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The History of Electric Vehicles
The Early Years - Electric Cars (1890 - 1930)
1902 Wood's Electric Phaeton - electric car
More of This EV History Feature
• EV History - Early Years
• EV History - Middle Years
• EV History - Current Years
Related Car Resources
• Solar Powered Cars
• Alternative Energy
• History of Cars
• History of Streetcars
• History of Electricity
• Car Invention Trivia
Between 1832 and 1839 (the exact year is uncertain), Robert Anderson of Scotland invented the first crude electric carriage. A small-scale electric car was designed by Professor Stratingh of Groningen, Holland, and built by his assistant Christopher Becker in 1835. Practical and more successful electric road vehicles were invented by both American Thomas Davenport and Scotsmen Robert Davidson around 1842. Both inventors were the first to use non-rechargeable electric cells. Frenchmen Gaston Plante invented a better storage battery in 1865 and his fellow countrymen Camille Faure improved the storage battery in 1881. This improved-capacity storage battery paved the way for electric vehicles to flourish.

France and Great Britain were the first nations to support the widespread development of electric vehicles in the late 1800s. In 1899, a Belgian built electric racing car called "La Jamais Contente" set a world record for land speed - 68 mph - designed by Camille Jιnatzy.

It was not until 1895 that Americans began to devote attention to electric vehicles after an electric tricycle was built by A. L. Ryker and William Morrison built a six-passenger wagon both in 1891. Many innovations followed and interest in motor vehicles increased greatly in the late 1890s and early 1900s. In 1897, the first commercial application was established as a fleet of New York City taxis built by the Electric Carriage and Wagon Company of Philadelphia.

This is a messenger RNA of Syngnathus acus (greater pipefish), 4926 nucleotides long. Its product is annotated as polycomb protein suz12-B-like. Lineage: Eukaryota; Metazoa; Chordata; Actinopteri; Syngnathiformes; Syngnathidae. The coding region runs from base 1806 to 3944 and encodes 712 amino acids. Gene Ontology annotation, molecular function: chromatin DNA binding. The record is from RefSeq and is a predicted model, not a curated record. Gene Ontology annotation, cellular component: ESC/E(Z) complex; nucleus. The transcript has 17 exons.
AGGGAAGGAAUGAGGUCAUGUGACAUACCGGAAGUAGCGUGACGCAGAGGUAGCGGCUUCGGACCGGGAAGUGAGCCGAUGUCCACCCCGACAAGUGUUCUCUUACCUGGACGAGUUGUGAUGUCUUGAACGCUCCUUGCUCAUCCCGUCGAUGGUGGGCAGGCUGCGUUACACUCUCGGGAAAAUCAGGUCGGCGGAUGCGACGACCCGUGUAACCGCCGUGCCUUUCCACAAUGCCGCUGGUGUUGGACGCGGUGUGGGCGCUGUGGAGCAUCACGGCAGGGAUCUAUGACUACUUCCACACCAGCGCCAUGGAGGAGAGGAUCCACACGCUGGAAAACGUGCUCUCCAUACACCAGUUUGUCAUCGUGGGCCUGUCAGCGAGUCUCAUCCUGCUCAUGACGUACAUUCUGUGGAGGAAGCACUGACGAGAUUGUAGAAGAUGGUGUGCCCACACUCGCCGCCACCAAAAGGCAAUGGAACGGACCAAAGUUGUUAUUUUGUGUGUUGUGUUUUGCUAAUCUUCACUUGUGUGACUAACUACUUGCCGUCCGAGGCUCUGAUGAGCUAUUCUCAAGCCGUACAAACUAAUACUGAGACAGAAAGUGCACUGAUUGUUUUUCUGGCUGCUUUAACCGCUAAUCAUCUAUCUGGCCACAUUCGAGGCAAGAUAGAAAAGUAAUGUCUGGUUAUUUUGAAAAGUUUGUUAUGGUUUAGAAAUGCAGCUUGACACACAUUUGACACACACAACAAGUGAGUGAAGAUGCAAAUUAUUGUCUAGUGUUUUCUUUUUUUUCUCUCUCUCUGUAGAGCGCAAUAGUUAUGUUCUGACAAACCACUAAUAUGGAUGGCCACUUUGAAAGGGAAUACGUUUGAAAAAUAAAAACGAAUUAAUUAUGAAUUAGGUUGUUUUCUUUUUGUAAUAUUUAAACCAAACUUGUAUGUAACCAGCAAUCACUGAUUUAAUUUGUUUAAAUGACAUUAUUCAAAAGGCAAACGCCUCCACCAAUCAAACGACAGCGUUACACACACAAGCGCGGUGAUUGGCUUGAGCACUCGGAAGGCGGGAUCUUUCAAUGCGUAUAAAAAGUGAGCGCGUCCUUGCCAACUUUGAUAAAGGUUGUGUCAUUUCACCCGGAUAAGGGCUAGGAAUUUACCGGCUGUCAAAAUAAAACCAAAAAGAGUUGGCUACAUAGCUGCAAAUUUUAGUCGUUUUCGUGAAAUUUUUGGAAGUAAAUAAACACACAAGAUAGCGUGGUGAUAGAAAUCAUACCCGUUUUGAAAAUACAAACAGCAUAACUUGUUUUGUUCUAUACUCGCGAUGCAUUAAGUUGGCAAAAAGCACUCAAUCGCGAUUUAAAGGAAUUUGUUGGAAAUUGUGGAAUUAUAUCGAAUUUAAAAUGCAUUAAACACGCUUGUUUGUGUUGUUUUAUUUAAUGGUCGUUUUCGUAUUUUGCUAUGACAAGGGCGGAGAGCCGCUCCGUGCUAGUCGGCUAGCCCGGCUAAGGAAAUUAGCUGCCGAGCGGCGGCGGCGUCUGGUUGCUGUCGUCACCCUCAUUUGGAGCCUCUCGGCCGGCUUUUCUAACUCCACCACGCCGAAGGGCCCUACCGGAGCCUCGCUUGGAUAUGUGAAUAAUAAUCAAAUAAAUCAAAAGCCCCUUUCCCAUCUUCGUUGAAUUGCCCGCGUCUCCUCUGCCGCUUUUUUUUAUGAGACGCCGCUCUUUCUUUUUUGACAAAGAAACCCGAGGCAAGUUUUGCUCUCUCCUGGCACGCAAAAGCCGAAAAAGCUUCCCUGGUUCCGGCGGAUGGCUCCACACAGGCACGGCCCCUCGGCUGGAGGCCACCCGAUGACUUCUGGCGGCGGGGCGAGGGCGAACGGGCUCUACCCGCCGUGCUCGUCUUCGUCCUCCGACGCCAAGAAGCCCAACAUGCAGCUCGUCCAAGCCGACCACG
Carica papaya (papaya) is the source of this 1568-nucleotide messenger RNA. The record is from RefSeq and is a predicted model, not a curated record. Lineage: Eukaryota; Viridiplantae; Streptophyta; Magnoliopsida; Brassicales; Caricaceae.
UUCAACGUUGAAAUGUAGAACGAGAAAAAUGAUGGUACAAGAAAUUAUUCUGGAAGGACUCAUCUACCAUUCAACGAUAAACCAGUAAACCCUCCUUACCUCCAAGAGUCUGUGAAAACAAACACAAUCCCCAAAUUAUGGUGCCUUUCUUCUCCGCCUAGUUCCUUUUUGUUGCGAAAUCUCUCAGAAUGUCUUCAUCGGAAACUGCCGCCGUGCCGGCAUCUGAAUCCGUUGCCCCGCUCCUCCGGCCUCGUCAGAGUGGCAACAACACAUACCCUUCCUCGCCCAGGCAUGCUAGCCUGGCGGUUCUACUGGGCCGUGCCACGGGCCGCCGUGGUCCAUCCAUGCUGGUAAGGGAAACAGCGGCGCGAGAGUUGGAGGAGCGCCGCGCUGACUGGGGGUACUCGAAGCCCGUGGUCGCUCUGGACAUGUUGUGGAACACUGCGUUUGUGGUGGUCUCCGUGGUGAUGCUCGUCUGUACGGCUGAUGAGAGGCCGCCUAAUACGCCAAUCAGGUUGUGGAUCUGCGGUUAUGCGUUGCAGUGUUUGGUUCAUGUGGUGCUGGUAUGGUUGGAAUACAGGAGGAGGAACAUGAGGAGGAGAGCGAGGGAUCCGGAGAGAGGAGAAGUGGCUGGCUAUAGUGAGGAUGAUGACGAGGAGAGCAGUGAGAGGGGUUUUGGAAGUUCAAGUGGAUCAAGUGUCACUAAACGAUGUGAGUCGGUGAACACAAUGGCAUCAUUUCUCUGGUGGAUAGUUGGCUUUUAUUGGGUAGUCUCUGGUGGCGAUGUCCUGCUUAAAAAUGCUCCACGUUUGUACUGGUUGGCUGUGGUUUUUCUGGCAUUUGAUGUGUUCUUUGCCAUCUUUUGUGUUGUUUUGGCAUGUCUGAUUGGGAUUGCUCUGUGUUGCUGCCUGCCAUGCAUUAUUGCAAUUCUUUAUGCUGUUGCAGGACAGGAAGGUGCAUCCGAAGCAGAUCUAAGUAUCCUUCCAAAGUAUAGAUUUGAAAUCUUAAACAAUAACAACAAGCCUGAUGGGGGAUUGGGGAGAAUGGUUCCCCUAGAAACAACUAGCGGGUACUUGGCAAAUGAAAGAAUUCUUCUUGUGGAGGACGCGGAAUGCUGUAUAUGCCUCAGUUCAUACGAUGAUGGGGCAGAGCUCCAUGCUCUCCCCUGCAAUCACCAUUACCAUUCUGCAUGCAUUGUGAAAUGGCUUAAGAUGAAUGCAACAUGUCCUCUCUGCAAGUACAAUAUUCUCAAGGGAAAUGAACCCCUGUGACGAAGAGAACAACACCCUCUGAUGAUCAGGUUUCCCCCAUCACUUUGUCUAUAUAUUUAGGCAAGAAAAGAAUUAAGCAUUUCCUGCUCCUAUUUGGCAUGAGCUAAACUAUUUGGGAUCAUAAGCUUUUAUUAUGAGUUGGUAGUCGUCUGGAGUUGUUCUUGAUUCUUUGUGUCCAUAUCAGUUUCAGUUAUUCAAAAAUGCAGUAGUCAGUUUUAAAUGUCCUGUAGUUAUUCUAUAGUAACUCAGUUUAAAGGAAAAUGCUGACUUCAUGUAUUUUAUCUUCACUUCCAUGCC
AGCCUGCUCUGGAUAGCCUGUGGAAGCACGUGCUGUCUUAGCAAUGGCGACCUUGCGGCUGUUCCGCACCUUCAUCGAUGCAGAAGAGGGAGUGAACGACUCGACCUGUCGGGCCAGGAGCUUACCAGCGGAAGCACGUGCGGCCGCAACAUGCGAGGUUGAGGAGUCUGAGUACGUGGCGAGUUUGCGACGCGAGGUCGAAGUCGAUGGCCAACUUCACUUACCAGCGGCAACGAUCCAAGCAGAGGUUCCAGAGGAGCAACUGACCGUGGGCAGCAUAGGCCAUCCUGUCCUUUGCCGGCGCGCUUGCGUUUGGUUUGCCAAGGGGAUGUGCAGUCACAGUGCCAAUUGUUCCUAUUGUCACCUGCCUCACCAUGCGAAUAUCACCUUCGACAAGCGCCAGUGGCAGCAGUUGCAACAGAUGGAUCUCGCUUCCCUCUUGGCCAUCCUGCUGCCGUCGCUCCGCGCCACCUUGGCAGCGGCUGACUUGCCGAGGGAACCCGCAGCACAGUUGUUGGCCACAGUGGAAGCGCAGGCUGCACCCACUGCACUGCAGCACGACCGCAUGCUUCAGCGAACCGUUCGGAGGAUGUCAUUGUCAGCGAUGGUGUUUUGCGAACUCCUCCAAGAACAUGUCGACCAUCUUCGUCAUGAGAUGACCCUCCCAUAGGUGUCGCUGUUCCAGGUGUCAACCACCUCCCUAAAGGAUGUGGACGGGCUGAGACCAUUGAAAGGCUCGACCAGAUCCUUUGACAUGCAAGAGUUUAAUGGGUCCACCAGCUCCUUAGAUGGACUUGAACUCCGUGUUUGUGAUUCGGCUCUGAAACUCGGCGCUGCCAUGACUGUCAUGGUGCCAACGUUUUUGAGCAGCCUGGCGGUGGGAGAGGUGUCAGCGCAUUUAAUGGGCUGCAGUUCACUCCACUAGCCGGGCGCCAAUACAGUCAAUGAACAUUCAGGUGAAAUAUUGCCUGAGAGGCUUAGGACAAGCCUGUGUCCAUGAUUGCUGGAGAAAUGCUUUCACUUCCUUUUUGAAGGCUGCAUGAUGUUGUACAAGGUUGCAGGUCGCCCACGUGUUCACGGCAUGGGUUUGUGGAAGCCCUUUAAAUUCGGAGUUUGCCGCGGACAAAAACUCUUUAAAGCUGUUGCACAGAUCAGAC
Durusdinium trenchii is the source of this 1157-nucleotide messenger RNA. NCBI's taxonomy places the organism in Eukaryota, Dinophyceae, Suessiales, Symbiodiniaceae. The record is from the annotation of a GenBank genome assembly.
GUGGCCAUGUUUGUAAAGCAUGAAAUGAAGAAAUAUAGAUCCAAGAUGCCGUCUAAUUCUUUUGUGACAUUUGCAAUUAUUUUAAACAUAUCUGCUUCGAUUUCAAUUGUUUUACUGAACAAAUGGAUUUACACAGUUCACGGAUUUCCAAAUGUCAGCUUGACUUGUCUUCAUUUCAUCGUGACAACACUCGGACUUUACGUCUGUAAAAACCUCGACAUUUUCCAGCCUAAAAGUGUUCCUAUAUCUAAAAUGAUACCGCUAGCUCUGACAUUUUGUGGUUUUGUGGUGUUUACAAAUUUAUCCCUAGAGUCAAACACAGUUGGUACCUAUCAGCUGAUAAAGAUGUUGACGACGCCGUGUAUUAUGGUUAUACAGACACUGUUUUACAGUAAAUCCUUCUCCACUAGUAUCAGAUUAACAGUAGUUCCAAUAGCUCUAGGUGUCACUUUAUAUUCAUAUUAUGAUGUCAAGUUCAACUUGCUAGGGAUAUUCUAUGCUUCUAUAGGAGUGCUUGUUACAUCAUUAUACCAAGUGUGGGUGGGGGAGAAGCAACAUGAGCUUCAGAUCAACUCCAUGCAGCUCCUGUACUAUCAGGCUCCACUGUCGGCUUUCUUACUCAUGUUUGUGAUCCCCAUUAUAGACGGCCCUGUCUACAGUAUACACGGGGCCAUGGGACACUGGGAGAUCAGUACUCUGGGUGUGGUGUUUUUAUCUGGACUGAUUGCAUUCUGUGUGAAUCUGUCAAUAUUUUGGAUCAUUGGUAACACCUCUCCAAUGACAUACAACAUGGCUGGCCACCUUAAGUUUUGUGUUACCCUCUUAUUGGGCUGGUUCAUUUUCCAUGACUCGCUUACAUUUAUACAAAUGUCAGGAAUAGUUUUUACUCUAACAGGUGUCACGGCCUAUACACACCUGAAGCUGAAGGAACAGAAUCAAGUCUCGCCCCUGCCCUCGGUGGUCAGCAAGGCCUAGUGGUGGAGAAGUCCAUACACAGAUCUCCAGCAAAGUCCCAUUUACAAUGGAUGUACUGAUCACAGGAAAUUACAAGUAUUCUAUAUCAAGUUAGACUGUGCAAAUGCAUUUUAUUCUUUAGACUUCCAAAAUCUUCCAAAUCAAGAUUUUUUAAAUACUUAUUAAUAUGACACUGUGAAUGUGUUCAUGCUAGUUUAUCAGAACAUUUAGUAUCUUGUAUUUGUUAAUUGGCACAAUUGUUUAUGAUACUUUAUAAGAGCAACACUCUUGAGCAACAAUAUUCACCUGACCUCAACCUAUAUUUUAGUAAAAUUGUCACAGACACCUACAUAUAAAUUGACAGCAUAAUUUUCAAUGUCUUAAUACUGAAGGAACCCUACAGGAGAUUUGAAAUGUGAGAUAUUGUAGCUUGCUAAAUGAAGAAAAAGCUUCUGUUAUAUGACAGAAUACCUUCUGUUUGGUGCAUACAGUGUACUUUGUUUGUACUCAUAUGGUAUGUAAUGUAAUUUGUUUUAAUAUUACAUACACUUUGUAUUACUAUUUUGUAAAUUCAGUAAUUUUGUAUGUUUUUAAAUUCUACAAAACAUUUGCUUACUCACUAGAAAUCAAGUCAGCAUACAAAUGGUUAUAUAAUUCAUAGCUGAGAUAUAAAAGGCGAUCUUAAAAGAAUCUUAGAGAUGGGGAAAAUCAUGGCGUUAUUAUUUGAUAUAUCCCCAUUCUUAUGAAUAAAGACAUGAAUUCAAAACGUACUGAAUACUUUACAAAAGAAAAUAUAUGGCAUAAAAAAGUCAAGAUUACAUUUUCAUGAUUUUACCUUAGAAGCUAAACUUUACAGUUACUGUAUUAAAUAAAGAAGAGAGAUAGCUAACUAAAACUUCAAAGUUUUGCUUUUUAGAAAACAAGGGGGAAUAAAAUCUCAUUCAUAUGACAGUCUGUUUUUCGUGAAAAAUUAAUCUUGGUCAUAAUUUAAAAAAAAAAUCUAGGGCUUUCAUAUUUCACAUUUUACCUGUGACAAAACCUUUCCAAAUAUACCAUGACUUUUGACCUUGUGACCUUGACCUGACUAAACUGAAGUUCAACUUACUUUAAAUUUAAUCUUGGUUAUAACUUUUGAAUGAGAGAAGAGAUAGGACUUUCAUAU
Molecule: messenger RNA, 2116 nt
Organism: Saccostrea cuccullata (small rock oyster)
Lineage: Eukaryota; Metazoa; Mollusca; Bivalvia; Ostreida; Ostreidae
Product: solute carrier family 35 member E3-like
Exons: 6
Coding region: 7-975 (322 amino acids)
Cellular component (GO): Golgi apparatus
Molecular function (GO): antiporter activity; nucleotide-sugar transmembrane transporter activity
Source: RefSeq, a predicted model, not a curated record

New York City Electric Taxis - electric vehicleThe early electric vehicles, such as the 1902 Wood's Phaeton (top image), were little more than electrified horseless carriages and surreys. The Phaeton had a range of 18 miles, a top speed of 14 mph and cost $2,000. Later in 1916, Woods invented a hybrid car that had both an internal combustion engine and an electric motor.

1918 Detroit - electric vehicleBy the turn of the century, America was prosperous and cars, now available in steam, electric, or gasoline versions, were becoming more popular. The years 1899 and 1900 were the high point of electric cars in America, as they outsold all other types of cars. Electric vehicles had many advantages over their competitors in the early 1900s. They did not have the vibration, smell, and noise associated with gasoline cars. Changing gears on gasoline cars was the most difficult part of driving, while electric vehicles did not require gear changes. While steam-powered cars also had no gear shifting, they suffered from long start-up times of up to 45 minutes on cold mornings. The steam cars had less range before needing water than an electric's range on a single charge. The only good roads of the period were in town, causing most travel to be local commuting, a perfect situation for electric vehicles, since their range was limited. The electric vehicle was the preferred choice of many because it did not require the manual effort to start, as with the hand crank on gasoline vehicles, and there was no wrestling with a gear shifter.

While basic electric cars cost under $1,000, most early electric vehicles were ornate, massive carriages designed for the upper class. They had fancy interiors, with expensive materials, and averaged $3,000 by 1910. Electric vehicles enjoyed success into the 1920s with production peaking in 1912.

The decline of the electric vehicle was brought about by several major developments:

  • By the 1920s, America had a better system of roads that now connected cities, bringing with it the need for longer-range vehicles.
  • The discovery of Texas crude oil reduced the price of gasoline so that it was affordable to the average consumer.
  • The invention of the electric starter by Charles Kettering in 1912 eliminated the need for the hand crank.
  • The initiation of mass production of internal combustion engine vehicles by Henry Ford made these vehicles widely available and affordable in the $500 to $1,000 price range. By contrast, the price of the less efficiently produced electric vehicles continued to rise. In 1912, an electric roadster sold for $1,750, while a gasoline car sold for $650.
Next page > History of Electric Cars - The Middle Years (1930 - 1990)

Photos and partial information provided by the U. S. Department of Energy

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